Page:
Even with a leap to the next generation Call of Duty hasn’t escaped the criticisms of complacency that accompany its annual release. When last week’s Call of Duty: Ghosts trailer debuted at Microsoft’s Xbox One reveal, it didn’t take long for audiences to recognize the game by its many war-shooter tropes and grandiose set pieces.
Now, alone that’s no indictment — underwater sub assaults still have a few more Call of Dutys to go before becoming prosaic — but developer Infinity Ward didn’t help its case by explaining days later that Call of Duty: Ghosts’s “new” graphics engine wasn’t entirely built from the ground up.
But at the end of the day, Infinity Ward’s and Activision’s pitch is simple: Beyond dogs, beyond dynamic multiplayer earthquakes, beyond fish that scatter whenever you swim by (actually, that one probably could have gone without mentioning), Call of Duty: Ghosts is a brand new universe. New story. New characters. A new framework for the franchise even if the picture inside looks somewhat the same.
So how did the development team arrive at Ghosts after capping off Modern Warfare 3? Speaking to MCV recently, Infinity Ward executive producer Mark Rubin says the shift was “not a hard decision, but a long decision.” The game was conceived after “weeks” of post-Modern Warfare 3 brainstorming:
“We all really knew we wanted to continue making Call of Duty. We could have done something else. But we wanted to make Call of Duty and we wanted to create a new universe, or a new story at least. We wanted new characters and new experiences.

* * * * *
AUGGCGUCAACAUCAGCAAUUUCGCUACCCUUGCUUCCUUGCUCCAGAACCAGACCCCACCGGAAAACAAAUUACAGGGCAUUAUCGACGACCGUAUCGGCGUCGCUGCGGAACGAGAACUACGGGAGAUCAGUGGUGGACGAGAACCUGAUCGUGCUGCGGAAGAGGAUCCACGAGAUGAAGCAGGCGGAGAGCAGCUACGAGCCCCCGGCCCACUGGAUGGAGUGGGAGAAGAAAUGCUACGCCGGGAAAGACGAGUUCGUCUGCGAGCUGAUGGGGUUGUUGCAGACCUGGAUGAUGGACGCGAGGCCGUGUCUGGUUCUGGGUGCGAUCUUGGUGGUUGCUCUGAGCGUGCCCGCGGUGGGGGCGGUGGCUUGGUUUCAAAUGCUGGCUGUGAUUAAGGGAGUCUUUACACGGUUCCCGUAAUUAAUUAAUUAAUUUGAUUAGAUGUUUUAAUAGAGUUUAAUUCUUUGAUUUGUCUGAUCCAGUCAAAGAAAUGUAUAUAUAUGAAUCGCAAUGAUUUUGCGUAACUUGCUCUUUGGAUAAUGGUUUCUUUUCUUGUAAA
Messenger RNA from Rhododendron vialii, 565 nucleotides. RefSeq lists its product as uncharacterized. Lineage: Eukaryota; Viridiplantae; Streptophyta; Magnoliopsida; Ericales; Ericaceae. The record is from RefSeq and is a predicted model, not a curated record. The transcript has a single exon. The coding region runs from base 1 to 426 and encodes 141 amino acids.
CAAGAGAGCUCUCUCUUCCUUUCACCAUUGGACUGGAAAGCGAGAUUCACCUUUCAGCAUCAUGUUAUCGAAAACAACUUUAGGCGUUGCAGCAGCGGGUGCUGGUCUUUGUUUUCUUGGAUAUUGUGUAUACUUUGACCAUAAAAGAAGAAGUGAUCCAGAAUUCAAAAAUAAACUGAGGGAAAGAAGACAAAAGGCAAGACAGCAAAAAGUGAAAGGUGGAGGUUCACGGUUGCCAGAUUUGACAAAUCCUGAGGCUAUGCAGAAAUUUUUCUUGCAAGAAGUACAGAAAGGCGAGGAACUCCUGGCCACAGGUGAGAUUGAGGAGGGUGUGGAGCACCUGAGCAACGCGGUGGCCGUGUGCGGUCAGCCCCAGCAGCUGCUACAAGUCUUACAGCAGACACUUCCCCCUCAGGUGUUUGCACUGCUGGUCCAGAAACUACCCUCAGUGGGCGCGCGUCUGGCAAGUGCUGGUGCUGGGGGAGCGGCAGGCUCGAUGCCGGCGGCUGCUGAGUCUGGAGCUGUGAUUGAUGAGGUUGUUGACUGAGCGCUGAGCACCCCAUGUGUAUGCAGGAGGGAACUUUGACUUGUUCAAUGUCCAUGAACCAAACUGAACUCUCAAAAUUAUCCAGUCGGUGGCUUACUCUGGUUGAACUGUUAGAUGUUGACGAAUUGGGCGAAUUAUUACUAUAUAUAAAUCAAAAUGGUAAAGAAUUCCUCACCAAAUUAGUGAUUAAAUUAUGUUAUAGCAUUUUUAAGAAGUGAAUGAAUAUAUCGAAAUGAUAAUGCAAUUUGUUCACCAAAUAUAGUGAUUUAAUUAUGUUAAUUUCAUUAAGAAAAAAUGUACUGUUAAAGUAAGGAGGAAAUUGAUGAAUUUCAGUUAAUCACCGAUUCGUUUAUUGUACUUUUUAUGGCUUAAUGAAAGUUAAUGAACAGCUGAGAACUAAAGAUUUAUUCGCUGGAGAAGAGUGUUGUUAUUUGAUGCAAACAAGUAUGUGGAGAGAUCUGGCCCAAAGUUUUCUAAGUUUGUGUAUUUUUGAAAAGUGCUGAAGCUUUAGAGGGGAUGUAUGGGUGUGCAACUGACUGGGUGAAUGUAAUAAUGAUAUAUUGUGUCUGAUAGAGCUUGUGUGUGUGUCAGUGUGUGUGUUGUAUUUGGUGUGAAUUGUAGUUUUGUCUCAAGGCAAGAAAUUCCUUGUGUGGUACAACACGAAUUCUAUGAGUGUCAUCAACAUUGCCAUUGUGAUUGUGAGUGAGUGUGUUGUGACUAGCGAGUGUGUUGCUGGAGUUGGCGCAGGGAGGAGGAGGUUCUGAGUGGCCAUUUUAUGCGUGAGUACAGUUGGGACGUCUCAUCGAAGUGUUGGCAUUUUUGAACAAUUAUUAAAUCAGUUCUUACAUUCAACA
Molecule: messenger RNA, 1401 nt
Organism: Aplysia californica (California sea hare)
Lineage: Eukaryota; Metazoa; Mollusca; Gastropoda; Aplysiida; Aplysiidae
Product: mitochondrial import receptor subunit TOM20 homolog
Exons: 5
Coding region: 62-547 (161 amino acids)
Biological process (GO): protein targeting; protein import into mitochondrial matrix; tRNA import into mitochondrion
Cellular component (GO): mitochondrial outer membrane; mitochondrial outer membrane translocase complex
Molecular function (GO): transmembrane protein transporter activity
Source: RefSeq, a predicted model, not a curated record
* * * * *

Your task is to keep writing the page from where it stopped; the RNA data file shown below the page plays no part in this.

“The easy thing would have been — as we had finished the arc of Modern Warfare 1, 2 and 3 — to start a new arc within that same universe. That was the first step. But due to a lot of the changes we wanted to make with this new world, it really dictated out that we needed to make something that wasn’t Modern Warfare.”
With Activision only giving audiences glimpses of its gameplay and briefly skimming over elements of its campaign (penned by Traffic and Syriana writer and director Stephen Gaghan) and multiplayer (character — not just weapon! — customization), it’s far too early to judge whether Call of Duty: Ghosts will revolutionize/reinvent/incrementally improve/stagnate/setback the franchise. The series has defied rumors of its sales demise for years, and its main competition, Battlefield 4, faces the same challenges of transitioning to the technology of next-generation hardware.
Expect the forecast for both shooters to become a lot clearer when they bring their visions of next-generation warfare to E3 2013, beginning on June 11.
Call of Duty: Ghosts releases November 5, 2013 for PC, PS3, PS4, Xbox 360 and Xbox One.
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